Adult kids who have come back for a ‘short while’. Baby Boomer parents who are at an age where they may need some in-home support. With three generations in one house, could your own home handle the extra people? If this is a situation that sounds familiar to you as a home owner, chances are it may also be familiar to your tenants.
There’s no denying we are an ageing population. Add to that the challenges that young people face in cracking the property market and the outcome is a greater need for multi-generational living.
It is becoming increasingly popular for homeowners to alter their property to allow for dual living circumstances and for sellers to market as ‘multi-generational’ or ‘dual-living’, so why not treat your investment property much the same?
So how does this impact you as an investor? Consider the opportunity through having your property suiting tenants who are in such a situation.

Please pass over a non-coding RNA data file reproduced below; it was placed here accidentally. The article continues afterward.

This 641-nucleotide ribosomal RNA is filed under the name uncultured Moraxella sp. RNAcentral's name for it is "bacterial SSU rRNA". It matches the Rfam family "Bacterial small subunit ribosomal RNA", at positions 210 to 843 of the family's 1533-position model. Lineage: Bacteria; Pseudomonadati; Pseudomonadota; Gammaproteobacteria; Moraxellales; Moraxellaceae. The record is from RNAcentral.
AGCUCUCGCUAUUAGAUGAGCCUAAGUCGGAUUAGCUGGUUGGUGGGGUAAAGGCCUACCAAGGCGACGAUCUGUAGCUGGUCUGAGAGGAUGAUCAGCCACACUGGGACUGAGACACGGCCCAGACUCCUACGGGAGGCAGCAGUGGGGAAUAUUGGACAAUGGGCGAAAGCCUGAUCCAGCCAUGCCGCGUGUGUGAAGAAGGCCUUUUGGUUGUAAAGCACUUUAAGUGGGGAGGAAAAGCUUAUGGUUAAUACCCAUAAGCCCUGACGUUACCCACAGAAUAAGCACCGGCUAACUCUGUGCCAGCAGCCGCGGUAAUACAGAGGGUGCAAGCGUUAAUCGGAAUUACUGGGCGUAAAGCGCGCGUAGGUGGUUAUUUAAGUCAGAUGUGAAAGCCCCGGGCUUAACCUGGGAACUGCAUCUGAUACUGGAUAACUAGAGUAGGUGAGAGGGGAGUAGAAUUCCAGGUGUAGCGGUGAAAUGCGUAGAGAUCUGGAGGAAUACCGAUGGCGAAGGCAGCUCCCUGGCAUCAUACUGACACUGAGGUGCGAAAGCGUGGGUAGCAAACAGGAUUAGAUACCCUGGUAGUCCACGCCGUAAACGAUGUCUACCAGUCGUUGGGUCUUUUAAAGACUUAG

If your property allows, catering for the growing trend in living circumstances will not only give your property greater value, but also help many people who may otherwise look to separating their family.
More often are we seeing larger families – and not just parents and kids, but aunts/uncles, nan/pop and even those that aren’t strictly family – coming to live under one roof. It may be because of financial reasons. It may be companionship, or something else altogether.
Granny flats, semi-detached and garage conversions are popular options. Not only these, second dwellings all together are increasing in popularity.
If your property allows for it, this could potentially mean a whole other income stream. It may be something to consider if you’re looking at purchasing another investment property, too.
The needs of renters have changed, and they will continue to, which is why the expertise of property managers, and their knowledge of the evolving rental market, is an asset and invaluable when it comes to your investment.